“The Man with the Iron Fists” is a ridiculous adaptation of a classic Kung Fu movie. If this film will attract anyone, it will be an audience that only wishes to see violence and gore.
The setting is Jungle Village, China, where different “packs” act as old school gangs that control the money and politics of the area. The Lion pack is the focal point of the story, and it’s a very hard story to grasp.
The idea is that the Lion pack leader is sending a shipment of gold to the governor, and everyone is on the hunt for this gold. Participants in this treasure hunt include the different packs, including the Lion, Wolf and Hyena packs, as well as assassins and a British soldier.
The men known as Bronze Lion and Silver Lion turn on their leader, Gold Lion, and they have him assassinated. Silver Lion takes over and sets out to start different wars for no apparent reasons. He also hires assassins to kill Gold Lion’s son, Zen Yi, played by Rick Yune (“The Fast and the Furious”). Although it was difficult to understand the reasoning of this, the audience can assume Silver Lion doesn’t want Zen Yi to overthrow his reign.
In the midst of all these riots and drama, the film zeroes in on the blacksmith, played by RZA, who is also the director and assisted Eli Roth’s writing. The blacksmith forges all the weapons for each clan. His guilt depresses him, as he is making weapons for feuding packs, giving them the means to start wars. But he does it all to earn money for Lady Silk (Jamie Chung), his lover, who is also a courtesan. They plan to run away together.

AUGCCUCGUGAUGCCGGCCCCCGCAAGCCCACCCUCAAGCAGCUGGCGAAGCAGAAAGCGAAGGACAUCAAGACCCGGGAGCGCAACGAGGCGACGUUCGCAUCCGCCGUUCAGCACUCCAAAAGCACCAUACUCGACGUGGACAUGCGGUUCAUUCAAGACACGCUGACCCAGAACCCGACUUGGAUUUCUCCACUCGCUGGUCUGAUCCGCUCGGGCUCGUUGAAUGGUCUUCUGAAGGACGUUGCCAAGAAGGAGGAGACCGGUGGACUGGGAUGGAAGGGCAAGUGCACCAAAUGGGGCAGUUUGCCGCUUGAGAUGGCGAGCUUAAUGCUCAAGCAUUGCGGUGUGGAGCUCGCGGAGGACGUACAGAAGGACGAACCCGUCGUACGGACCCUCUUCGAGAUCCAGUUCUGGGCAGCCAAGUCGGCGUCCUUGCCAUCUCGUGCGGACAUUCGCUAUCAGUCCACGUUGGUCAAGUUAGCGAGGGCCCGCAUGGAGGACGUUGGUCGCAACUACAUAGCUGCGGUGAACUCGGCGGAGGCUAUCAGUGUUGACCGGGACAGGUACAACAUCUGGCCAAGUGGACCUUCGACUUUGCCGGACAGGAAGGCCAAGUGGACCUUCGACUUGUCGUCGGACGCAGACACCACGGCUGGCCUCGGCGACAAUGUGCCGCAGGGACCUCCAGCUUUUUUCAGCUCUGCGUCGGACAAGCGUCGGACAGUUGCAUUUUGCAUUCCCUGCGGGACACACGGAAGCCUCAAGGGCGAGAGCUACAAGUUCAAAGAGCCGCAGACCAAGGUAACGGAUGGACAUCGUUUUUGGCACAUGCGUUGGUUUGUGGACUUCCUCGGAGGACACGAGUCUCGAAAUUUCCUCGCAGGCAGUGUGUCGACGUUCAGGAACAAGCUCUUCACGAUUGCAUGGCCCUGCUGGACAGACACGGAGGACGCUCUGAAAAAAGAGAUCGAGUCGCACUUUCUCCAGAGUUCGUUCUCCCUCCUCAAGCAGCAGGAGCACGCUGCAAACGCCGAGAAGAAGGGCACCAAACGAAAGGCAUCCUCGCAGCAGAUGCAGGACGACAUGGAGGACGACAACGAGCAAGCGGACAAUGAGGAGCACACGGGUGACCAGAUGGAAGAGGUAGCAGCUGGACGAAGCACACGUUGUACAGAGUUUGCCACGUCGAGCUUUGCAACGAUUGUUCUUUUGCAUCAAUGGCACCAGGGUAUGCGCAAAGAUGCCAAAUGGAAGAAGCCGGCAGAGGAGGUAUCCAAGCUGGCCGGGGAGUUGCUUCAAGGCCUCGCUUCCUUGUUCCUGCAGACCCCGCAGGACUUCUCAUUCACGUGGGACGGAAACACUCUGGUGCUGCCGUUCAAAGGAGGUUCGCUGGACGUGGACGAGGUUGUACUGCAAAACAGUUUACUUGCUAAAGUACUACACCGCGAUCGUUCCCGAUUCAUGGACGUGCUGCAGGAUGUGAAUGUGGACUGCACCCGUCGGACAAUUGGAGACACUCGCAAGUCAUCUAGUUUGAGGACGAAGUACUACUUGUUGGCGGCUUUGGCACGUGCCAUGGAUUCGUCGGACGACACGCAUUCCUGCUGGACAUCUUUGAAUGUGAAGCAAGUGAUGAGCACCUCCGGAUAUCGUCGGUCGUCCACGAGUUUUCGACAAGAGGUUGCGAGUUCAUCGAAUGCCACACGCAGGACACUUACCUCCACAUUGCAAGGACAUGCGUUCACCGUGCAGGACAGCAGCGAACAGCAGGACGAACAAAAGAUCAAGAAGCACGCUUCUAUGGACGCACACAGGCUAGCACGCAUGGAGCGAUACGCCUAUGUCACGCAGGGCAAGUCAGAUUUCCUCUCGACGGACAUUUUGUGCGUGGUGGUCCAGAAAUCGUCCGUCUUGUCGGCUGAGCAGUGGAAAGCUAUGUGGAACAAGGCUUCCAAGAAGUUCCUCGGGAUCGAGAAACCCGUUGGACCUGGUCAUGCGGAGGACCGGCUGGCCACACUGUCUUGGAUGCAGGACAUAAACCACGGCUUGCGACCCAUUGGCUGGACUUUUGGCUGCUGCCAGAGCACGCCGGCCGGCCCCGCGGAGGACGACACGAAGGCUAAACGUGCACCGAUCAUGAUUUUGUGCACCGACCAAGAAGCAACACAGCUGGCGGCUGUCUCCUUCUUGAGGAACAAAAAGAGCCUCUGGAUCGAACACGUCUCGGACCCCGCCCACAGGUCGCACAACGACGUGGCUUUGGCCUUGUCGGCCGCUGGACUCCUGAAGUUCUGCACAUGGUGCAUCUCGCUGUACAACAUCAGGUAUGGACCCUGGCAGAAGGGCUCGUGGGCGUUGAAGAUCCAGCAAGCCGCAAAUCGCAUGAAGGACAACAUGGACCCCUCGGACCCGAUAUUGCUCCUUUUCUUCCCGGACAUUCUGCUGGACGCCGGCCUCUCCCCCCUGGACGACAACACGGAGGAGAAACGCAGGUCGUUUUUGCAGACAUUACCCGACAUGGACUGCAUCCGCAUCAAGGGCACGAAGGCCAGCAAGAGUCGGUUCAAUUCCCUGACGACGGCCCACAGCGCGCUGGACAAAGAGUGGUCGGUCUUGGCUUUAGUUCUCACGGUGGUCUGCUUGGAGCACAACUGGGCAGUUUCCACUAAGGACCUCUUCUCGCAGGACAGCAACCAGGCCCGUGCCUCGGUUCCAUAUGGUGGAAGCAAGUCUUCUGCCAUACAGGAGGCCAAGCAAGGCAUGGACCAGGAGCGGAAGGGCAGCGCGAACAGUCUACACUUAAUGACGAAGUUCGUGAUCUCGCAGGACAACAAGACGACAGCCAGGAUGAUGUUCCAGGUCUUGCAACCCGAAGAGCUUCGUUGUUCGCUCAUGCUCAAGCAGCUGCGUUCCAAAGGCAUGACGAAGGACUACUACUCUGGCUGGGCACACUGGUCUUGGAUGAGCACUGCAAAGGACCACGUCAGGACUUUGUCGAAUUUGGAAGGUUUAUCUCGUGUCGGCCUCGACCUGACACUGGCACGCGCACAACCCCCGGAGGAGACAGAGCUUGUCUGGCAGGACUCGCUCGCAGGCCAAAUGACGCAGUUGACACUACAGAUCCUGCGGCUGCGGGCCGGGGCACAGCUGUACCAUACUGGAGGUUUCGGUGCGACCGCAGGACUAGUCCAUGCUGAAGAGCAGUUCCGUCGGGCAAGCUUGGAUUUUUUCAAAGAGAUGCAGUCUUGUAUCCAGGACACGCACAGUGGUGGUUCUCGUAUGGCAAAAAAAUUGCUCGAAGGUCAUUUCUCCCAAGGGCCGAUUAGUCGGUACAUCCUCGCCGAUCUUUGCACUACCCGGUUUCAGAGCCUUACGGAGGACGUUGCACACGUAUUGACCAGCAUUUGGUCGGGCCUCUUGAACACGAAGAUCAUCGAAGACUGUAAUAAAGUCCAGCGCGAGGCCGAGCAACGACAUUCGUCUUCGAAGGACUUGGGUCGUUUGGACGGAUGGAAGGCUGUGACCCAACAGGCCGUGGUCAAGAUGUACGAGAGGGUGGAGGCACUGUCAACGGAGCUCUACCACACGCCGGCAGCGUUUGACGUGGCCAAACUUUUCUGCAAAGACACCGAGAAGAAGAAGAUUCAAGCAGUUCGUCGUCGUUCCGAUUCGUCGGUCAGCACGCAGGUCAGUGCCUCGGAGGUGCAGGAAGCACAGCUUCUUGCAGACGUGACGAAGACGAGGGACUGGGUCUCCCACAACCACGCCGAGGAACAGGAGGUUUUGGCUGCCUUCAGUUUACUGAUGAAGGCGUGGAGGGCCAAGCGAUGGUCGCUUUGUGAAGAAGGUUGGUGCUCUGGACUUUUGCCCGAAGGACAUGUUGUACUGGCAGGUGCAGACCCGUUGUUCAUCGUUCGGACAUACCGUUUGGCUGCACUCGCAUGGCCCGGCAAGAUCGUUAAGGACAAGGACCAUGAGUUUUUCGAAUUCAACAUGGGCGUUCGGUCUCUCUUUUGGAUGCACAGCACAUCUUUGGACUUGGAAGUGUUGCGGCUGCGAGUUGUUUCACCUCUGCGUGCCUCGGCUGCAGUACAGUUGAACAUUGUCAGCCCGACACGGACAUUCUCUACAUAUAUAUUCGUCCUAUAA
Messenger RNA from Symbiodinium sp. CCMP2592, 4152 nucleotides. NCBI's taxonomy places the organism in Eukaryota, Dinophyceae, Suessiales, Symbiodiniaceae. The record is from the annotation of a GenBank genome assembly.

Enter Jack Knife (Russell Crowe), a rogue soldier who has also come to the village in search of the gold. Crowe does a great job with his character and ultimately steals the show. Jack Knife is a promiscuous violent drunk, who is also noble and kind. It is an odd combination of characteristics, but Crowe pulls it off.
Throughout this film, there are hints of a good plot and acceptable fighting scenes, but the overall film was absurd and almost comical in a laughing-at-you-not-with-you manner. There is a character by the name of Brass Body whose body literally turns to brass without any explanation. Also, the switch between English and Chinese makes little sense. Most characters spoke perfect English, while subtitles were used in unlikely scenes.
The character development was pretty much nonexistent, which meant that the character’s relationships with one another weren’t very convincing. Zen Yi has a lover, who supposedly means everything to him, but he leaves her to avenge his father’s death, and she is never brought up again. The blacksmith and Lady Silk have no passion and they make no real connection at all with each other -- or with the audience for that matter.
The only couple that seems to have any kind of passion are the Gemini Killers, a husband and wife who are sought out to accompany and protect the gold on its journey. Despite the fact that they are not given any background story, the audience can slightly tell that they love each other. The Gemini Killers’ have only one meaningful appearance in this film, and even that comes across as cheesy and garish.
The overall film had noticeable faults and was extremely overdone. “The Man with the Iron Fists,” is definitely a movie for fans of blood and gore, but leaves nothing more for the audience to appreciate.
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